Last Wednesday I was very fortunate to go to a talk by Simon Mitchell at the Western Underwater Dive Club. Western Underwater Dive Club meets on Wednesdays and Fridays at their club house on Portage Road, which is also where BSAC New Zealand (or which I am a member) also meets.
Simon Mitchell is an anesthesiologist and a specialist in hyperbaric medicine. He is also a hugely experienced diver and a great presenter. This is the first time I had heard him talk, and I thoroughly enjoyed the evening.
He gave a talk on 10 of his diving-related adventures. At the risk of spoiling things for anyone who hasn’t heard this presentation, these were the ones he listed:
- Back in the 1980s, using explosives to blow holes in coral reefs on tropical atolls, to allow better access for boats. Apart from being ecologically questionable in these more(?) enlightened times, it’s a good job there weren’t any health and safety inspectors on the trip! Actually they weren’t doing it for fun, there was a serious purpose to it.
- An expedition to the supposed wreck of the General Grant at the Auckland Islands, which are over 300 km south of New Zealand. It was wrecked in 1866 on the way from Melbourne to London, and was carrying a substantial amount of gold which has never been recovered. There were only 10 survivors, and when they were rescued they had spent 18 months on the Auckland Islands.
- Helping to confirm the identity of the SS Cumberland. The SS Cumberland was sunk in 1917 in 95 metres of water after hitting a German mine laid by the SMS Wolf.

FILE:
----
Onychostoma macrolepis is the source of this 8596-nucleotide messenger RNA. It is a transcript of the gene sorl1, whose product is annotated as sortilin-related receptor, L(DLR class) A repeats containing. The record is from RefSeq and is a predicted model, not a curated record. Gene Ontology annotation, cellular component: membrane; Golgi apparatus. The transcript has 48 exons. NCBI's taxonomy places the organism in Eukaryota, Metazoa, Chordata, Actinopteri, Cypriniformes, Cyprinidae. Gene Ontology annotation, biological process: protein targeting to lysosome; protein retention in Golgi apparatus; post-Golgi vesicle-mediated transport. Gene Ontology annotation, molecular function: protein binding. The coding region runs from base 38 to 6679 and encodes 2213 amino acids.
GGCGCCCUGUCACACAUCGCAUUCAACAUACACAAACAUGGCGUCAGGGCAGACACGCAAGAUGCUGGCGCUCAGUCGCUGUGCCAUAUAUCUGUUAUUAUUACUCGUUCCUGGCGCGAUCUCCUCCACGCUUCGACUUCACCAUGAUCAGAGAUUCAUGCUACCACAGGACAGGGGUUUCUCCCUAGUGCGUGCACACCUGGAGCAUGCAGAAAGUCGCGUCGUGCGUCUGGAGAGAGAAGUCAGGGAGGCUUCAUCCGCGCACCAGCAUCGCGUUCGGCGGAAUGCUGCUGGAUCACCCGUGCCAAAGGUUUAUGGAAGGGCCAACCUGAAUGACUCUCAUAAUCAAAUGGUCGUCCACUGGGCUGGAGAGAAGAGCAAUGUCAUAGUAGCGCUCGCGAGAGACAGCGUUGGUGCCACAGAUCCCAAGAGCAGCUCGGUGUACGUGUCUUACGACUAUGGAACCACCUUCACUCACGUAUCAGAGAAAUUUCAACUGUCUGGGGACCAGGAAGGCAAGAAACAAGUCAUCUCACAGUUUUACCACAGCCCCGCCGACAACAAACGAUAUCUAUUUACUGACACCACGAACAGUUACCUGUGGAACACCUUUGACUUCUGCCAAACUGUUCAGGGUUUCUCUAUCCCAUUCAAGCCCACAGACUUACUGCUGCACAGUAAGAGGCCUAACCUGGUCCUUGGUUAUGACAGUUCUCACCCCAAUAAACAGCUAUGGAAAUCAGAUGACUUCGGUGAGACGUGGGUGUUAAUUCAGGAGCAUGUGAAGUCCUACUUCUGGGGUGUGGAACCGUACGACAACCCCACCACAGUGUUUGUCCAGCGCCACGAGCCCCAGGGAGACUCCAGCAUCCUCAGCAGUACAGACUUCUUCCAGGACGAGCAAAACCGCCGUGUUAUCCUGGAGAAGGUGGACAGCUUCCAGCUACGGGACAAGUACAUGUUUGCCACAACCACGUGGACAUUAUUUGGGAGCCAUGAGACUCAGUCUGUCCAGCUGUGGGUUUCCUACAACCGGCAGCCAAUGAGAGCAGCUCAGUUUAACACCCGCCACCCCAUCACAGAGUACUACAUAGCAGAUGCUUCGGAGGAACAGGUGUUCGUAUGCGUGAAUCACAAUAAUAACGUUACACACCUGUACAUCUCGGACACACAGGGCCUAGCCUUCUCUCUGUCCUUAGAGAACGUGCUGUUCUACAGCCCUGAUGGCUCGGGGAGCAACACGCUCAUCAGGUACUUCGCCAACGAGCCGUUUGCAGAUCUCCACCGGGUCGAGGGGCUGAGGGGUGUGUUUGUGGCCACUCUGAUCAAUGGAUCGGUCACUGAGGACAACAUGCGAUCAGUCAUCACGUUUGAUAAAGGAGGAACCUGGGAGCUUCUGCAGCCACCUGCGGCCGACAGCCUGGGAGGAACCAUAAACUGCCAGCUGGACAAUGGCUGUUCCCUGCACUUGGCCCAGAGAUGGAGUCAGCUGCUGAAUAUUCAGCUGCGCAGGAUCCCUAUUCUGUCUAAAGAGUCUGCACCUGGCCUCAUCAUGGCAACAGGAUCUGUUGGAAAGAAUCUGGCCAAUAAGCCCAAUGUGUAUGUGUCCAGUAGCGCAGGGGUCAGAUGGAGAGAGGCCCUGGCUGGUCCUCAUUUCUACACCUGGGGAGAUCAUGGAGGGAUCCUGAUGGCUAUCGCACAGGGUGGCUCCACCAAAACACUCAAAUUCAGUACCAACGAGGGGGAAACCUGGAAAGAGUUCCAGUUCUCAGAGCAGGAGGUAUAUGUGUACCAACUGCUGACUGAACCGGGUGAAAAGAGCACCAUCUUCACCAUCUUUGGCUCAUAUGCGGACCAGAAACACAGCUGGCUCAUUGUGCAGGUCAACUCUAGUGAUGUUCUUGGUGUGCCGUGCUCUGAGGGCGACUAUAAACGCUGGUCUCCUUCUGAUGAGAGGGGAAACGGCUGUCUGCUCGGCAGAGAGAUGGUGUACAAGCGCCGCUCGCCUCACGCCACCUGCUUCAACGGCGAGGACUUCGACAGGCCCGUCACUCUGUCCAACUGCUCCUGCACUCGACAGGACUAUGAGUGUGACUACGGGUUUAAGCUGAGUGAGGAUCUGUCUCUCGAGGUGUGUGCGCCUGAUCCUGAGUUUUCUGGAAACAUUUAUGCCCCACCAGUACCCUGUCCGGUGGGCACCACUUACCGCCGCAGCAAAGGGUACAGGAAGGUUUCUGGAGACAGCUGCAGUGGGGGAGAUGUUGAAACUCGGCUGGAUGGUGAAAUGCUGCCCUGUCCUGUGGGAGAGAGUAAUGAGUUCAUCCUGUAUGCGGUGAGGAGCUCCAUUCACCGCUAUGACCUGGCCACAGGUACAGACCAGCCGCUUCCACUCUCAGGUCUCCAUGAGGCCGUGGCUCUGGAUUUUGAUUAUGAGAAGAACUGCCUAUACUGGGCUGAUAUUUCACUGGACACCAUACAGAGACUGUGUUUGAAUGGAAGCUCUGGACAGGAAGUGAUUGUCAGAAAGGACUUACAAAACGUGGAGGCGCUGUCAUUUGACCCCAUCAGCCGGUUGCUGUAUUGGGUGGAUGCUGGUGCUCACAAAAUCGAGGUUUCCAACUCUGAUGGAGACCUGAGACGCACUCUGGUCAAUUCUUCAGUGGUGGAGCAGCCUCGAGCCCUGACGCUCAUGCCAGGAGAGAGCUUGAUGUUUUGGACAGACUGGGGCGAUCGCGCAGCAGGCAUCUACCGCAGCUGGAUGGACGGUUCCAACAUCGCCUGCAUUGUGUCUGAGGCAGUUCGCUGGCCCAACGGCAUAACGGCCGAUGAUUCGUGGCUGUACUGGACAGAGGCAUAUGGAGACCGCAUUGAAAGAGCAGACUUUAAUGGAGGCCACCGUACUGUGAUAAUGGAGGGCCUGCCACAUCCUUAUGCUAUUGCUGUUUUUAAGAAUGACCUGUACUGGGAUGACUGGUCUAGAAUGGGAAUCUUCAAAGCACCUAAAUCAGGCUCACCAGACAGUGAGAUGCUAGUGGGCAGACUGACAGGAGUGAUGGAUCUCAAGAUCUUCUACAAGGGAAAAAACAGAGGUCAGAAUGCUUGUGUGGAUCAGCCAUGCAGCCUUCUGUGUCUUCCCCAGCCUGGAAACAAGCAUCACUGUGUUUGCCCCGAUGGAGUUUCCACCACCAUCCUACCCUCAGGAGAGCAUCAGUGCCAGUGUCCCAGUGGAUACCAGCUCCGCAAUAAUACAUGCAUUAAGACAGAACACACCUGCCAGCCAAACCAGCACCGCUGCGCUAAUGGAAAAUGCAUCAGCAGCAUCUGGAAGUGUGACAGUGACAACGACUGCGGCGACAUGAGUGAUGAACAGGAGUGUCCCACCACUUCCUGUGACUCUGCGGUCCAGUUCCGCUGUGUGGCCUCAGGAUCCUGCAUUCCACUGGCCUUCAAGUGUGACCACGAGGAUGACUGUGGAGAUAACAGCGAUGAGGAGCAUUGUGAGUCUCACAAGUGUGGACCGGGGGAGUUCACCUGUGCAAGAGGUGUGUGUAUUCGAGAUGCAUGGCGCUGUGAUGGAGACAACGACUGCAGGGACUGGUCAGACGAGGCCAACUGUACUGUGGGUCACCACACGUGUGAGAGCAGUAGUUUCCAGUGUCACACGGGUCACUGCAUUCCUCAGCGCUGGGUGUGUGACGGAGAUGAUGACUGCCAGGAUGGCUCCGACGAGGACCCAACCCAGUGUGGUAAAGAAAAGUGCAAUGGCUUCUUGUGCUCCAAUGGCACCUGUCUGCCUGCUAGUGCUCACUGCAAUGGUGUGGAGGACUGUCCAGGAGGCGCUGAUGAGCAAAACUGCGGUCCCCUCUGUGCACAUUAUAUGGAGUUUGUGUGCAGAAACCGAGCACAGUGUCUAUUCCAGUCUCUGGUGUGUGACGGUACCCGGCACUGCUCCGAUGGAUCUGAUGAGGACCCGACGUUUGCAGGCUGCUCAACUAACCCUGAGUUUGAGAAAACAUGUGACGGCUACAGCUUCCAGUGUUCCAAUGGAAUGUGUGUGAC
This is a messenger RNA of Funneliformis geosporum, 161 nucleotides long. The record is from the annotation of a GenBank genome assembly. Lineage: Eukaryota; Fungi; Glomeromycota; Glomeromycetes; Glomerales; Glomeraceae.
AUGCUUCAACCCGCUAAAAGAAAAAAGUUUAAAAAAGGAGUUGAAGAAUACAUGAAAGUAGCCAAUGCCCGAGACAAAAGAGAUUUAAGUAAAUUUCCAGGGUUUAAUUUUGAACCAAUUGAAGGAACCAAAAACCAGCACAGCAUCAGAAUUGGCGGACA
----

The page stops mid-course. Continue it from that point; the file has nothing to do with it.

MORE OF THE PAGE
- Diving “The Secret Lake”. This was a freshwater lake that Simon had seen photographs of, but whose location is a closely guarded secret because of the fragility of its environment. At the end of the evening, we were no wiser about its location, but had seen a few more photographs of it, along with photos of some other spectacularly clear New Zealand lakes including one which may lead into a cave system.
- Diving to try and find the engine of Morgan Saxton’s helicopter. The rest of the helicopter and Morgan Saxton’s body had already been recovered, but the engine was still in Lake Wanaka. As far as I know it still is, as despite 2 expeditions swimming along the contour on which it is supposed to lie, Simon didn’t come across it. He thinks it has rolled further down the sloping lake bed.
- Port Kembla Expedition. Along with Pete Mesley, Simon was responsible for identifying the Port Kembla and recovering the ship’s bell. The Port Kembla was another victim of a First World War mine, the first casualty around New Zealand.
- An Antarctica trip, which involved diving under ice.
- Truk Lagoon. I’ve been fortunate to dive there and it is one of my favourite destinations. Having said that, I suspect Simon was diving some deeper wrecks than I was.
- Poor Knights. Again, the Poor Knights is somewhere even I’ve been. But there are some deep walls there, which is where Simon keeps his rebreather / deep diving skills honed.
- The Not the Centaur dive. The AHS Centaur was an Australian hospital ship that was sunk by a Japanese submarine off Queensland on 14 May 1943. 268 of the crew and medical personnel on board were killed. A guy called Donald Dennis claimed to have discovered the wreck, and the site was gazetted as a war grave. There was some controversy about its location, so on the anniversary of its sinking in 2002, Simon and Trevor Jackson conducted a 170 metre dive on it. They concluded that the ship was too small to be the Centaur, a conclusion supported by a subsequent Australian navy survey.
All in all, it was a fascinating talk over a wide range of dives / expeditions. Anyone who gets the chance to hear Simon Mitchell speak should certainly take advantage of it. You can read more about him on Wikipedia.